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Women Drivers and Other Prejudices
John Kirkpatrick, for whom I drove in England some years ago, also managed the Jim Russell Racing School. He was fond of saying to the students, in a thick Scottish accent, “There are only two things you can’t tell a man he does badly, and one of them is drive a motor car.” Of course, John was also fond of using expressions like, “You’re not as green as you’re cabbage-looking,” so we mustn’t take it all too seriously.
In teaching racing and advanced driving, on occasion we encounter that certain couple. The kind where, upon arrival, the guy is quite condescending towards his wife, openly believing that he is the super driver and "the little woman" needs all the help. This triggers an interesting response among the instructors, because we know that in general, women are better students, and that said gentleman could have a comeuppance within a day or two. I've known instructors to discreetly make every effort to ensure that in the timed event at the end of the course, the female partner goes faster. Childish, I’m sure, but a somewhat chastened husband might learn from the experience and start to recognize what good driving really involves.
There have been some astonishingly capable women racers, going as far back as the 1930s, when a Czech lady who I believe was named Elizabeth Junek competed on equal terms with the guys, on a world-class level. More recently, there have been examples like Michele Mouton, who stunned the rally world with her performances in one of the early Audi Quattros. In Iran, no misprint folks, Iran, car racing is becoming increasingly popular among women. One of the top racing drivers in the country is a 30-year-old PhD student, a beautiful and talented woman named Laleh Seddigh who has earned the nickname Little Schumacher, after the great Grand Prix champion, Germany’s Michael Schumacher.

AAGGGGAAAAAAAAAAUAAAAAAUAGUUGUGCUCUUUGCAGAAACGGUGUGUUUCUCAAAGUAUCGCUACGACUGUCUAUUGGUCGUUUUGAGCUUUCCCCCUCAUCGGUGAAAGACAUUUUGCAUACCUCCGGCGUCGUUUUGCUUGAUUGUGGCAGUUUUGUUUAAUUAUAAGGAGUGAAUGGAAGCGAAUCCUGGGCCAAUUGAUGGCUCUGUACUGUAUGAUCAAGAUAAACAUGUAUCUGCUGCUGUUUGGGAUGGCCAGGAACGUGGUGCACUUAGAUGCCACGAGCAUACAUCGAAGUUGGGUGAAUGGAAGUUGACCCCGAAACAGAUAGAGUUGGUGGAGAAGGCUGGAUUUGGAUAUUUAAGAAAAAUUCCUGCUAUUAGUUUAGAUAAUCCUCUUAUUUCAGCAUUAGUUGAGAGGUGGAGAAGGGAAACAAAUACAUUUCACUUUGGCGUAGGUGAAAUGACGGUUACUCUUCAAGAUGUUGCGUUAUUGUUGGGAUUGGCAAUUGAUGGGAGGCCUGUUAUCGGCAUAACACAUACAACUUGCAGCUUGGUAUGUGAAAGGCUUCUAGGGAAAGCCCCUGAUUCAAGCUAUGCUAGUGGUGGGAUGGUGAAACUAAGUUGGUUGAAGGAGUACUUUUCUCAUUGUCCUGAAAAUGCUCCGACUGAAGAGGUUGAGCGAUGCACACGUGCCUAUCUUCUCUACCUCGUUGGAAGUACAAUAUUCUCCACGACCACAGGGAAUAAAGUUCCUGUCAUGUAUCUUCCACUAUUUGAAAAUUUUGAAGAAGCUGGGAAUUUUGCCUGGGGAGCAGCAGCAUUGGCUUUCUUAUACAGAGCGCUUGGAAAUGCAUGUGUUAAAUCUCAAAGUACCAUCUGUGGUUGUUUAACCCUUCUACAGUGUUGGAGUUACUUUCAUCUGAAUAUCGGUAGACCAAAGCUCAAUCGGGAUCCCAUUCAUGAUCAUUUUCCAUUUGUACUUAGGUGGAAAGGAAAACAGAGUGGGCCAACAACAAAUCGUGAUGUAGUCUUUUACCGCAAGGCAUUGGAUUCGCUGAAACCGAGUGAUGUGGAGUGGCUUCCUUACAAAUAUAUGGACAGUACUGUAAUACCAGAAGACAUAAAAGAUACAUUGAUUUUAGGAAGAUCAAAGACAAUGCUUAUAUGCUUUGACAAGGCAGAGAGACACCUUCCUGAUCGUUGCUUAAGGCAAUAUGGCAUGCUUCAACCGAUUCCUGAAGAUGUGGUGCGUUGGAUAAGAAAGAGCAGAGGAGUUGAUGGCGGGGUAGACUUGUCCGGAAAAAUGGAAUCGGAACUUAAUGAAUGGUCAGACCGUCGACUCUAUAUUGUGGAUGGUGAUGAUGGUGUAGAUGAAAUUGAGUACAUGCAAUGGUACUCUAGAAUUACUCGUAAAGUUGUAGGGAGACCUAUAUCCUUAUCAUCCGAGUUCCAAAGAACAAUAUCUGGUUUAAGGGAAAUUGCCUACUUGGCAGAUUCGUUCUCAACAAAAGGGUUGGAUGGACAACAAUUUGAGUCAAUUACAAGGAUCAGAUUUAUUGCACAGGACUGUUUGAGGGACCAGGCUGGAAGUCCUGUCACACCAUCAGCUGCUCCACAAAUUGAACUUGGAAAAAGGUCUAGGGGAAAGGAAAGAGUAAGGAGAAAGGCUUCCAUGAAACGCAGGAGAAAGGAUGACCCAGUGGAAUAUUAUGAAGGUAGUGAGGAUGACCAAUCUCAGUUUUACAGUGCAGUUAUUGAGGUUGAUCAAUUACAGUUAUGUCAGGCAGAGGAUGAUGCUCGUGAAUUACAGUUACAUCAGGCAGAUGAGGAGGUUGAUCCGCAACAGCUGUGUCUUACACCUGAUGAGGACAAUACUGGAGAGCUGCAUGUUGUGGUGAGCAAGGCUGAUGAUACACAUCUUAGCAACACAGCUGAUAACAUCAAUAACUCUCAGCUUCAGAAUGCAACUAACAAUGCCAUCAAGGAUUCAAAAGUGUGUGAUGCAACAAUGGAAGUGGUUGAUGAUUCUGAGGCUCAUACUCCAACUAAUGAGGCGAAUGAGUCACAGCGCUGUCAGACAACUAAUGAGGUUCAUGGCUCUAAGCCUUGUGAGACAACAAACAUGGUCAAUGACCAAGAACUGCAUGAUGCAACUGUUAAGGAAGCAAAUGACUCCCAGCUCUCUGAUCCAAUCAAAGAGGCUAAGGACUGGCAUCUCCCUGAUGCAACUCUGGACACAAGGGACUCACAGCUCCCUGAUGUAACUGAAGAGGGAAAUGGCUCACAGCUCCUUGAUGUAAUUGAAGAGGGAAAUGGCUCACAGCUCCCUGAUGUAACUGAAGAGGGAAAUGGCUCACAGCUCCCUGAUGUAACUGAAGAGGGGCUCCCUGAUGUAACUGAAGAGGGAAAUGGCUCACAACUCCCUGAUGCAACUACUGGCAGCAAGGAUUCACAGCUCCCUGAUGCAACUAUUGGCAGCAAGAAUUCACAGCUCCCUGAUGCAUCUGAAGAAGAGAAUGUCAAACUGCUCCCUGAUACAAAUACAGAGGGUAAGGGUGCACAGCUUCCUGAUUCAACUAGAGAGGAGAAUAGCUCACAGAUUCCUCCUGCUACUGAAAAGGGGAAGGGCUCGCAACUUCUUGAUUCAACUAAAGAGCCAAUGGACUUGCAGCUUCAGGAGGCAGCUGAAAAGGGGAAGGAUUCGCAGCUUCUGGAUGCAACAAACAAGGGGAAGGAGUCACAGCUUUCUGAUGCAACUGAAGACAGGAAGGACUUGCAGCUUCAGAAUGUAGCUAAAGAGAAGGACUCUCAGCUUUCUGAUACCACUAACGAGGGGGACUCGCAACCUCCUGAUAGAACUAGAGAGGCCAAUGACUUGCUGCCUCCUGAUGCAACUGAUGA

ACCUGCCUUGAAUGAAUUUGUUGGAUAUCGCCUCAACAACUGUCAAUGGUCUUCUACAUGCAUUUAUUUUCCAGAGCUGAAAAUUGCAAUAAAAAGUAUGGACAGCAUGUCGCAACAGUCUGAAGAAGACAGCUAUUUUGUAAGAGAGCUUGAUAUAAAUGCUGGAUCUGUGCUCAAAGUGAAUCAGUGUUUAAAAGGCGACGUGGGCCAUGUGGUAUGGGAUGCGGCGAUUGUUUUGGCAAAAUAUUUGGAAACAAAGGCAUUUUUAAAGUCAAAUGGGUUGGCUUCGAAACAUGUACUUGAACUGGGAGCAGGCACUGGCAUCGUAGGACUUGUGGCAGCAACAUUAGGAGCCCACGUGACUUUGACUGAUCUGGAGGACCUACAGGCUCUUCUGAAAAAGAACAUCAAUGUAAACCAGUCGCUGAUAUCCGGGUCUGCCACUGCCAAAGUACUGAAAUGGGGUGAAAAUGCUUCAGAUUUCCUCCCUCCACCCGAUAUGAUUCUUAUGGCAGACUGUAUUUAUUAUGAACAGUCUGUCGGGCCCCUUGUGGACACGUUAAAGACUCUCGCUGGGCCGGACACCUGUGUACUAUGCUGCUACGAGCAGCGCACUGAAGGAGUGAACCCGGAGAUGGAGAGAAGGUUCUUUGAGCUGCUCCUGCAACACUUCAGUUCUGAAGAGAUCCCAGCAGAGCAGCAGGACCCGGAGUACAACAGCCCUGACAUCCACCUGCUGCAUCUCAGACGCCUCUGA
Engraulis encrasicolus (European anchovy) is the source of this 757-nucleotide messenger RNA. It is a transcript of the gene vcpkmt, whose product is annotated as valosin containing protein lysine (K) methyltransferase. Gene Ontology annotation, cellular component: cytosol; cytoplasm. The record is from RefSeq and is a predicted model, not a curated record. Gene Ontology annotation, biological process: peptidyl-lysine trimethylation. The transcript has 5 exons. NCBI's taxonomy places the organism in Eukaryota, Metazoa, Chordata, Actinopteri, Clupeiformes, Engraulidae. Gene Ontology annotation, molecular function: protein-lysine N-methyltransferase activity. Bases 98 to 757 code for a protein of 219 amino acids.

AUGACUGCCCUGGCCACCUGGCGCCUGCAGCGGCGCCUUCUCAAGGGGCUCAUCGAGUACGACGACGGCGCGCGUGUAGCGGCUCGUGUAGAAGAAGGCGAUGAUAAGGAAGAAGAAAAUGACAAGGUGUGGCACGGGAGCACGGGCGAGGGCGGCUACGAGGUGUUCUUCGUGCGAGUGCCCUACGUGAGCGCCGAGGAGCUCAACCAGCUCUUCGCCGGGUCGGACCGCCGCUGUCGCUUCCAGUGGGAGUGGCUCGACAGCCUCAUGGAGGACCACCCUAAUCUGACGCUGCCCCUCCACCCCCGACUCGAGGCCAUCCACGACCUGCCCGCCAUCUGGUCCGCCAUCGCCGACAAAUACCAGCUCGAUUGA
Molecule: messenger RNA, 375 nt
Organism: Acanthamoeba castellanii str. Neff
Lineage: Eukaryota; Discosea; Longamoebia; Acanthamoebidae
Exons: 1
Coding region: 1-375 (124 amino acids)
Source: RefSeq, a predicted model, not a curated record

All of which goes to show that gender or race based stereotyping is pretty silly. Still, every now and then we hear statements about different nationalities, and how inept they are behind the wheel. There are some who will state that Orientals, or perhaps Indians or Pakistanis, as a category, simply cannot drive. However, the truth is that driving skills do not specifically belong to a gender or race. These days, there are some very quick Japanese racers on the Formula One circuit, and there will be many more. Our only advantage initially, in North America and much of Europe, is that we were raised in and around motor vehicles. Simply getting to sit there while Mom or Dad worked through traffic gave us a seat-of-the-pants feeling for the task. Of course, if you have barely ever sat in a car before attempting to drive one, it will not be a pretty sight.
Two points here. All that narrow-mindedness simply contributes to unpleasant events on the highways, up to and including unreasoned road rage. Next, and in part this is for the racing fans, it will be very hard to maintain that sort of prejudice when in a few years, as could happen, an Iranian woman wins a Grand Prix, or perhaps
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